Helena: Day in the Life of a Caseworker

I recently met a new beneficiary for our first appointment. The gentleman asked me if we could go to Grangetown, where he was born, and then to Penarth Pier. Although this gentleman struggled with his short-term memory he was able to direct me accurately to the house he was born in, in 1934! This shows how powerful long-term memory can be in a person living with dementia. 

We call the people we support through our project ‘beneficiaries’ – because they benefit from our support. I have just recently started as a caseworker for the DIAL project but I can already see the impact on individuals with dementia and those who care for them.

This gentleman was so grateful that I was able to take him to these places and said it was the best day of his life for a long time. He was so excited for the next time and requested more places he’d like to visit with me. Knowing that he had had a great day makes the job so rewarding and really highlights the need for more services like DIAL.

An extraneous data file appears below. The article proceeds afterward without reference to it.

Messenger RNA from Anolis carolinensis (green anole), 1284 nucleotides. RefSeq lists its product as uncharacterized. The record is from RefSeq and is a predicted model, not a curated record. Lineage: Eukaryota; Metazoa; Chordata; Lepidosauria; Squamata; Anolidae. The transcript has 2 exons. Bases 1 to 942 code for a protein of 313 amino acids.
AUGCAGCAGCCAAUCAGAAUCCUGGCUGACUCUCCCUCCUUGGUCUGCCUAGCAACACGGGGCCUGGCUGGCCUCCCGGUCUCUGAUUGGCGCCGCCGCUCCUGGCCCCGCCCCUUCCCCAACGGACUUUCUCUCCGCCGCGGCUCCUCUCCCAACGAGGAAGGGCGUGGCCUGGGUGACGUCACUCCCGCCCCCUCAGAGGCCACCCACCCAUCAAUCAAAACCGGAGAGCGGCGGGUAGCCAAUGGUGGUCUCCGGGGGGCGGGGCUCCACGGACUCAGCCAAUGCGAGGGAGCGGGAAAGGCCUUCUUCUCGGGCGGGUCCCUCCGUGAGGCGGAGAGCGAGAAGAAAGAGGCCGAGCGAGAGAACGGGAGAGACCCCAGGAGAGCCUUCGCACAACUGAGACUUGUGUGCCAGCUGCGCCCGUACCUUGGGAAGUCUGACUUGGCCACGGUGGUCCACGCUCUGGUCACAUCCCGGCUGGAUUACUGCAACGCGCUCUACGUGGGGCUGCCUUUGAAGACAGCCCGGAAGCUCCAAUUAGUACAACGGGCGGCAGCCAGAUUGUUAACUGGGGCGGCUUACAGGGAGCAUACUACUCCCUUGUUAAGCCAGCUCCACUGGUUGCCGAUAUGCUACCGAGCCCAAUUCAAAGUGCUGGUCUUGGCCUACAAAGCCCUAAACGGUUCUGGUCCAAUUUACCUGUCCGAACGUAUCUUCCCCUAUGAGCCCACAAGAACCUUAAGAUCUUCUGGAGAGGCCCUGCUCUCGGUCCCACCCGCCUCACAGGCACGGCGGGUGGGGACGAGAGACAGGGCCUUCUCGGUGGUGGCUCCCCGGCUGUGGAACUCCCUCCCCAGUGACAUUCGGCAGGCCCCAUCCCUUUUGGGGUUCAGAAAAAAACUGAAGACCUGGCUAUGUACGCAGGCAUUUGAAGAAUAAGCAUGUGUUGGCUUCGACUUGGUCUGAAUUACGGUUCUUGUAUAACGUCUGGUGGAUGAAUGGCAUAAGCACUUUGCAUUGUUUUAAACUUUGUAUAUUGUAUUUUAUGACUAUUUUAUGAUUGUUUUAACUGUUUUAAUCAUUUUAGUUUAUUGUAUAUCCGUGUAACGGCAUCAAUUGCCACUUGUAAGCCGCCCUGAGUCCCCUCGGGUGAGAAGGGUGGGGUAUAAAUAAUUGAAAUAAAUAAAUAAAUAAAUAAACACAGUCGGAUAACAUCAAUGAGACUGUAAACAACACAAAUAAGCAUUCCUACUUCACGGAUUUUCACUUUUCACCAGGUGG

“A simple outing for a cup of coffee really can make the world of difference to an individual who is isolated and confused about the future with a diagnosis of dementia.”

After a person has been assessed as eligible for help from the DIAL project, I see them on a weekly basis for a couple of hours with the aim of achieving their goals. 

“I think the reason why the DIAL project is successful is because it is tailored around each individual rather than the diagnosis. The word ‘dementia’ in itself is an umbrella term for progressive deterioration so how can we assume all individuals will have the same symptoms and challenges?”

Understanding the individual personally is the best way to identify their strengths and things they may need more support with. I would like to see this person-centred approach to dementia adopted throughout the UK.

I’m looking forward to establishing relationships with all of my beneficiaries and supporting them to attain their goals – no matter how big or small!